Many years ago, while on vacation in Mallorca, I bought a chessboard, an inlaid mahogany slate with tournament-caliber playing pieces. The purchase was impulsive, and a nostalgic salute to my adolescent fervor for the royal game – along with an attempt to motivate myself back to regular play.
While the latter never transpired, recently I came back to chess. After making it through just one minute on a news report on how the 2016 election campaign is already in full swing, I turned off the TV and reached for a magazine to find a retrospective on the late American chess great, Bobby Fischer.
The article brought back memories, and mercifully delivered me from civic frustration.
Arguably history’s greatest chess player – easily one of the most eccentric – Fischer died in exile in 2008 at the age of 64. After reading the piece, I sauntered over to the mantle where the chessboard now sits and recalled how Fischer affected my youth, and in what current context I found his demise.
Fischer’s rise from a fatherless childhood to the pinnacle of chess mastery was Hollywood fodder. Dropping out of high school at age 16 to haunt the Manhattan and Marshal Chess Clubs, he then steadily rose in global chess prowess, and collided with destiny in the summer of 1972 in Reykjavik, Iceland.
There, in one of the most dramatic World Chess Championship matches, Fischer dismantled Boris Spassky, the first and only American to topple the dynasty of Russian-born grandmasters.
Overnight, chess left the realm of nerds and became cool. Despite our other emerging interests, my friends and I were sucked into that vortex. Chess kept us off the sandlot, much to our parents’ bewilderment.
We held epic matches, and neighborhood tourneys sprung with each passing day of the two-month Fischer-Spassky marathon. The guys flipped coins for the honor of being Fischer. We used official clocks to time our moves and documented every game in classical and algebraic notation.
When we ran out of permutations of the rivalry in Iceland, we would play by labeling ourselves after historic grandmasters: Morphy, Botvinnik, Capablanca, Smyslov and Vidmar, to name a few.
Following Fischer’s triumph, we continued for the next few summers. Some players moved away and we recruited replacements. Chess was everywhere – print, radio and TV – and Fischer had become a Cold War Caesar who dared to cross the Rubicon and conquer the Soviet bear.
Eventually, with Fischer’s evolving quirkiness, our idol worship waned. We still enjoyed chess and played the occasional lunchtime game at school on portable boards. Yet as our voices grew deeper and our whiskers darker, it was never the same.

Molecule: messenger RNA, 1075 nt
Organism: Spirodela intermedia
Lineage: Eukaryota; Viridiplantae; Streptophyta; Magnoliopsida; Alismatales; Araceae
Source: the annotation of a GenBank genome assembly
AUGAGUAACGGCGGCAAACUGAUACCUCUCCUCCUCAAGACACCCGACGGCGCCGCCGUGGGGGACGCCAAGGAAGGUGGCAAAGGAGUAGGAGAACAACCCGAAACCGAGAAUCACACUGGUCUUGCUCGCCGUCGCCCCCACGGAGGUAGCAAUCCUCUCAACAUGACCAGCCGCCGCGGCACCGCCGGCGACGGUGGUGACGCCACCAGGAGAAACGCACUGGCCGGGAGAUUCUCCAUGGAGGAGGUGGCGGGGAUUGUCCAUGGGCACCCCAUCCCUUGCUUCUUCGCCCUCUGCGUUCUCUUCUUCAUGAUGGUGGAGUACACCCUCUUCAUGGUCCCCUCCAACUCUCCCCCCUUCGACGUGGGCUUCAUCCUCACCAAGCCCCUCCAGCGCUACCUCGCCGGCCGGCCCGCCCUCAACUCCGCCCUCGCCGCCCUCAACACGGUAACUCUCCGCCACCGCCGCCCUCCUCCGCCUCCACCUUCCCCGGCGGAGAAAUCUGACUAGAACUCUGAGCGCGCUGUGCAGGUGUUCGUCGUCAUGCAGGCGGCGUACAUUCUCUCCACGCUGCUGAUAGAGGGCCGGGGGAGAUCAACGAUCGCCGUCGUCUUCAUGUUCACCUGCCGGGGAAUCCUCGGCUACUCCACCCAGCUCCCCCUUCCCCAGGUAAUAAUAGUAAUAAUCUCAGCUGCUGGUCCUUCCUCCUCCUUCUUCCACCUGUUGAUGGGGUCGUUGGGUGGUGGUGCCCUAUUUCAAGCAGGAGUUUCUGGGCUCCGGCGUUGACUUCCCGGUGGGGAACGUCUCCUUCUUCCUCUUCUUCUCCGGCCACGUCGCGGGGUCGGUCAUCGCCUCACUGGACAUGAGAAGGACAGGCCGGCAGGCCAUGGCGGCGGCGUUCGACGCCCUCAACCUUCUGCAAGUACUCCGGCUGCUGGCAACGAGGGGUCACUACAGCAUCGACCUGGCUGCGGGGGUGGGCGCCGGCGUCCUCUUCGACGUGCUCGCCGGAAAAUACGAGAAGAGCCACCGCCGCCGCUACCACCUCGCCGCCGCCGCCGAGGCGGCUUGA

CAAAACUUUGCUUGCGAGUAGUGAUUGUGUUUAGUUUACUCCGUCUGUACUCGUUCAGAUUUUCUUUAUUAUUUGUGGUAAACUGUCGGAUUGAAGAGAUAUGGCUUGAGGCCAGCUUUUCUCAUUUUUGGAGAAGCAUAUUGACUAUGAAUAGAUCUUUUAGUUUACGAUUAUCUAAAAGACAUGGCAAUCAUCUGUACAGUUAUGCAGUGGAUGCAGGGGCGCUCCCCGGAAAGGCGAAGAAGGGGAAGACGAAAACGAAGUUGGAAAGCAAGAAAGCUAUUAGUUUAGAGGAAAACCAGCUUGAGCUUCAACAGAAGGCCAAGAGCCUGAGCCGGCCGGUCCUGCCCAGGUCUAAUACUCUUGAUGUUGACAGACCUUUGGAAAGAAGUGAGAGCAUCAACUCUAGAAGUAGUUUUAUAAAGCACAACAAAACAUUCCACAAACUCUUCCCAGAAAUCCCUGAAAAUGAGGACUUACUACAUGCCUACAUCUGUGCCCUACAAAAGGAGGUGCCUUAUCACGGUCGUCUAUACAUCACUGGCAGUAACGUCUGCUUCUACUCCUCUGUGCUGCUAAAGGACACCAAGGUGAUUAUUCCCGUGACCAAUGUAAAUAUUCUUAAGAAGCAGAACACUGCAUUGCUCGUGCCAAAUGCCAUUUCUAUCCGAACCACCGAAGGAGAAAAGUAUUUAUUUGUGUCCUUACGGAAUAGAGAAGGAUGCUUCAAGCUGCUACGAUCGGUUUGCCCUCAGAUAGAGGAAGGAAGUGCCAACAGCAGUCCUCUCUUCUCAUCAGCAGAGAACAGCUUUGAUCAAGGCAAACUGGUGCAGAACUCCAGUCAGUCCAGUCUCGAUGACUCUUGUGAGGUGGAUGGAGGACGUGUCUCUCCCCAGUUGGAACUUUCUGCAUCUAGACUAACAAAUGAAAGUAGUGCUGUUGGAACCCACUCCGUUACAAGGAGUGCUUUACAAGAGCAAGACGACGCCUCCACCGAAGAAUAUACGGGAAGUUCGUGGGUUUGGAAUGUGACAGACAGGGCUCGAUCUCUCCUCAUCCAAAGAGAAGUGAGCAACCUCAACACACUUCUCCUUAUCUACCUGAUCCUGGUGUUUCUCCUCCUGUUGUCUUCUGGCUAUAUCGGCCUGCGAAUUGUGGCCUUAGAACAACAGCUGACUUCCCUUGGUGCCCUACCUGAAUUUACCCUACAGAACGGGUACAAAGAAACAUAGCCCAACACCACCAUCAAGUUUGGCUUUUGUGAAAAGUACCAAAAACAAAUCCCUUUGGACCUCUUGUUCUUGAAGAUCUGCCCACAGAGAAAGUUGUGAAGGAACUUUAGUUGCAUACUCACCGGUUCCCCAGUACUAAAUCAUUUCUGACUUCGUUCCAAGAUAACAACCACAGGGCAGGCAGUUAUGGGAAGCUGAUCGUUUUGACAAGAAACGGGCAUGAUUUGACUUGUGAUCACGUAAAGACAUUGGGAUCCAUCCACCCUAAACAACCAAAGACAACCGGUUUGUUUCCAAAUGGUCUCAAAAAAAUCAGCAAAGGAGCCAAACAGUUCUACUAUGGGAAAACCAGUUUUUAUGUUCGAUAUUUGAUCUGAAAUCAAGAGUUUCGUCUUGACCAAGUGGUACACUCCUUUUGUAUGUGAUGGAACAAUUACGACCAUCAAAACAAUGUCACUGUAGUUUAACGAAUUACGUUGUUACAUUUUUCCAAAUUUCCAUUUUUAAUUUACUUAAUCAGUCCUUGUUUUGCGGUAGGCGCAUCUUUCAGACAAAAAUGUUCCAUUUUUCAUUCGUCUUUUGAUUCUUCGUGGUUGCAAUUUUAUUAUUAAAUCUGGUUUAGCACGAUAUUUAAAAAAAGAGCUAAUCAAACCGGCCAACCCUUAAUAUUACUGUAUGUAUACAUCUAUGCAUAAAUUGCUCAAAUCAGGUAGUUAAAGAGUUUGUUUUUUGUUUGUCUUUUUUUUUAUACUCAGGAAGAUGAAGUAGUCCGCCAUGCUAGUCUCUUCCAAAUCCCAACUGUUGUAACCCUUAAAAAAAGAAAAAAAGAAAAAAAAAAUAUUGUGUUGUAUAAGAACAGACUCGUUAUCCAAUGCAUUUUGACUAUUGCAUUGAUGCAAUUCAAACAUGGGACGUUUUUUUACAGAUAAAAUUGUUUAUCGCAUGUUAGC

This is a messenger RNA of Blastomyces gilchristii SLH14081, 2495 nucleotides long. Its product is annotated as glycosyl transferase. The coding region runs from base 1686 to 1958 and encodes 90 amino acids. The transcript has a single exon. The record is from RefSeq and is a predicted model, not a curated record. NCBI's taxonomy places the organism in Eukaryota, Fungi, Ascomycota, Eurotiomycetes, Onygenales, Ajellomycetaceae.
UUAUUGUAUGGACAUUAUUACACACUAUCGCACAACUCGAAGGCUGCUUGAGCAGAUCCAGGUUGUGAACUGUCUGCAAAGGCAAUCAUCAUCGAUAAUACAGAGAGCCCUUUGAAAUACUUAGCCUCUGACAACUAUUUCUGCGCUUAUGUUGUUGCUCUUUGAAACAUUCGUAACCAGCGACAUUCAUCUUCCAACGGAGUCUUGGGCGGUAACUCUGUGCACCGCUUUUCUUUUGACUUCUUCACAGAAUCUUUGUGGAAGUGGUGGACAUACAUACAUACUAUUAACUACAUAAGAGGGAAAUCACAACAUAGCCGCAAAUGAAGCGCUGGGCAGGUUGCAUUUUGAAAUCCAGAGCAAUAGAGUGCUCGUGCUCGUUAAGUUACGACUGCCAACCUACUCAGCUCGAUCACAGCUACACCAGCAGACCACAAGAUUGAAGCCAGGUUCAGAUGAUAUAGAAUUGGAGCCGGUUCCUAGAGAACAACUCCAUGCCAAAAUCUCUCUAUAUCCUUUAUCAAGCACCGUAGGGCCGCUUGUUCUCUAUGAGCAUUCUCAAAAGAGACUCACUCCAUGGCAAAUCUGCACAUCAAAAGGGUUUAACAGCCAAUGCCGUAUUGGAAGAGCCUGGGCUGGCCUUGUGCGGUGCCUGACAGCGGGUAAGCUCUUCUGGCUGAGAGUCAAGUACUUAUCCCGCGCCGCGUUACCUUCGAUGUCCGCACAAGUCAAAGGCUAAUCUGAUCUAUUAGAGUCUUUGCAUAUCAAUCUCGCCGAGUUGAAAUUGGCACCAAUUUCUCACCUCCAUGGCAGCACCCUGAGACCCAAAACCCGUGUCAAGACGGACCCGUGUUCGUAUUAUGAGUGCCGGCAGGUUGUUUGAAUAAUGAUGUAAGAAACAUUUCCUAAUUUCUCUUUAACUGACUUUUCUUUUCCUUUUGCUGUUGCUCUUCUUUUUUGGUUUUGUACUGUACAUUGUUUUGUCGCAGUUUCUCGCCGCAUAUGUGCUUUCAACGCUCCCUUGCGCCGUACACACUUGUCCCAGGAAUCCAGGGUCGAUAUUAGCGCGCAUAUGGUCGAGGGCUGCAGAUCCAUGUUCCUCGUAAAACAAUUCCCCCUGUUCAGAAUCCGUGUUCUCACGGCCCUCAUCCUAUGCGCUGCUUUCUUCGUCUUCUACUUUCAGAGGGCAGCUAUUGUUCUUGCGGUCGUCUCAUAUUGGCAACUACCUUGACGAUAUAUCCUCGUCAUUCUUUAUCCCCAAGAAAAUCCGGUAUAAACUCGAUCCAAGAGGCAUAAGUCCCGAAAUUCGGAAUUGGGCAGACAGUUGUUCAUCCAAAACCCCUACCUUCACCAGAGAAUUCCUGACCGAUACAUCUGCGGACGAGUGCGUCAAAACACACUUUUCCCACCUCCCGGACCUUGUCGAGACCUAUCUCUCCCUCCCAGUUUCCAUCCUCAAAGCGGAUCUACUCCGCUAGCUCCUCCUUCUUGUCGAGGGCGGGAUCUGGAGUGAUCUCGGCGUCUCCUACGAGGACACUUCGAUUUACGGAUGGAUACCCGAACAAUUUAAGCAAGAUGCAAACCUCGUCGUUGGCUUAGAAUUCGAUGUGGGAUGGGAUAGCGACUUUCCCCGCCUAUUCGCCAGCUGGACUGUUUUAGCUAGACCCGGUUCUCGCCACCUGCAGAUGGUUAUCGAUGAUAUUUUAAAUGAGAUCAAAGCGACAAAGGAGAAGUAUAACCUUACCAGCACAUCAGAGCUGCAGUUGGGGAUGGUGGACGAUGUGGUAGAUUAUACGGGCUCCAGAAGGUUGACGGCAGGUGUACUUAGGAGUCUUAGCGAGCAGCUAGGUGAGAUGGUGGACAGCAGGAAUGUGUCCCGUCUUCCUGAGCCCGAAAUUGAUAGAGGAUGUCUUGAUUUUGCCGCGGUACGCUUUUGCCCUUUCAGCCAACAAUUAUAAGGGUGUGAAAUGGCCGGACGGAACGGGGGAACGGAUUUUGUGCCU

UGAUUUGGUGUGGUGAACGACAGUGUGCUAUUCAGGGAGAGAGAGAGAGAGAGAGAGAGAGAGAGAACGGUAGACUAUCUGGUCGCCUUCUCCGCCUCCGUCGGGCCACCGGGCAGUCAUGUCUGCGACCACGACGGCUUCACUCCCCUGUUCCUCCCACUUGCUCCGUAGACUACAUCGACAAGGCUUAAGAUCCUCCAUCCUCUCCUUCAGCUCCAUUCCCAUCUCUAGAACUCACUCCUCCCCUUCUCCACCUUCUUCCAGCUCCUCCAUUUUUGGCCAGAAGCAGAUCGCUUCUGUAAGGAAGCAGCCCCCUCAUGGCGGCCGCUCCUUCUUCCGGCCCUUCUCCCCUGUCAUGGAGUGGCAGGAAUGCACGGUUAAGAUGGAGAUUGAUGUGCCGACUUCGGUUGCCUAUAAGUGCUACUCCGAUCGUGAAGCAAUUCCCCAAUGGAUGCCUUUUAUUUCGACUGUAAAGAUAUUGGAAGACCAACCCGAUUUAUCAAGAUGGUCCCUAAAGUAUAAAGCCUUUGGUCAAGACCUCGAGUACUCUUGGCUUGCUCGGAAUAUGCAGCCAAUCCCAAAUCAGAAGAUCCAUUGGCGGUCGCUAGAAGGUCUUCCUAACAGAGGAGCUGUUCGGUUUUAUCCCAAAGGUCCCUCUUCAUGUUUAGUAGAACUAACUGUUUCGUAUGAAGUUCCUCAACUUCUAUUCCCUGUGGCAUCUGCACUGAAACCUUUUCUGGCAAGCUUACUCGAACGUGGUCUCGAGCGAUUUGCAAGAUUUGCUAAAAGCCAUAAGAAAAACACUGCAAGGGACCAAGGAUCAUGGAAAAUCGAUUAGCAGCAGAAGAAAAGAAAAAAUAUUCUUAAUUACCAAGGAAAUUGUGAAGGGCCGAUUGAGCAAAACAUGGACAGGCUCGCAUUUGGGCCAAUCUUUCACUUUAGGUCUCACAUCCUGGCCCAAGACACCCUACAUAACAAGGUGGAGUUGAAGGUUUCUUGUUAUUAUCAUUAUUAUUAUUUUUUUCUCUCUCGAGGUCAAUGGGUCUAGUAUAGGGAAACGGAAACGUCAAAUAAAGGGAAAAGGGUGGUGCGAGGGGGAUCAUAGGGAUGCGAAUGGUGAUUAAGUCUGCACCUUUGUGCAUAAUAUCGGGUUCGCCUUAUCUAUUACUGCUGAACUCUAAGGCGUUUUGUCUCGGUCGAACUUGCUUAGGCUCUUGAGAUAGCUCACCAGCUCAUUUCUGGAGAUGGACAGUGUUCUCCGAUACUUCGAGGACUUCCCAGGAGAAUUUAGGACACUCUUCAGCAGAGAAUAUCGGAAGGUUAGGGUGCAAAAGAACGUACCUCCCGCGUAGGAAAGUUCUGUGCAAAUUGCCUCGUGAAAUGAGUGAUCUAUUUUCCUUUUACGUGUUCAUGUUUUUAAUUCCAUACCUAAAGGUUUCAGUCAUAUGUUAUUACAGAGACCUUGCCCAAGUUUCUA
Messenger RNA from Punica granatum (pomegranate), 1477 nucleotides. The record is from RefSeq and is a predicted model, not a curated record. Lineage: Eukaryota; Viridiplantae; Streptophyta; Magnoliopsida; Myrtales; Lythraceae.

Fischer’s checkered life involved, among other things, a renunciation of the U.S., intense anti-Semitism, and paranoia of conspiracies that at best was clinical. He forfeited his title, spurned generous offers to return to competition, and invented a revolutionary form of chess he claimed superior to the original.
In 1992, Fischer resurfaced in Yugoslavia to defeat Spassky in a reprise of their original contest; that move violated the U.S. Balkan embargo. Fischer became an international fugitive until Iceland, the site of his tour de force, granted him asylum and citizenship.
His end was ailing and lonely.
One of the article photos showed Fischer just before he died. I was shocked at his deterioration from the ruggedly handsome Brooklyn boy who once turned the world on its ear with intelligence and style. Yet like Hamlet watching a kingdom collapse around him, we stood witness to the public implosion of one of the 20th century’s great, but complicated intellects.
Even as I returned the last chess piece to the board, I couldn’t help but feel that in these seemingly insane times, somehow, we’re all still searching for Bobby Fischer.
In our civic leaders, Americans are yearning for the type of gift Fischer once had cornered: bold vision that rises above all and changes everything for the better: audacity and follow-through with brilliance, élan, and yes, results.
Instead, we remain disappointed by settling for broken promises, half-truths and tolerating the fog in which pretenders hide – while losing ourselves in the process.
But in the summer of 1972, none of that mattered. My friends and I were schoolboys who were thrilled to add a champion of the mind to our Pantheon.
And Fischer, to echo the poet Wallace Stevens, was only a figure half-seen, or seen for a moment: a phantom so veiled in his own torment that a turn of his shoulder and quickly – too quickly – he was gone.
Telly Halkias is a national-award winning newspaper columnist.
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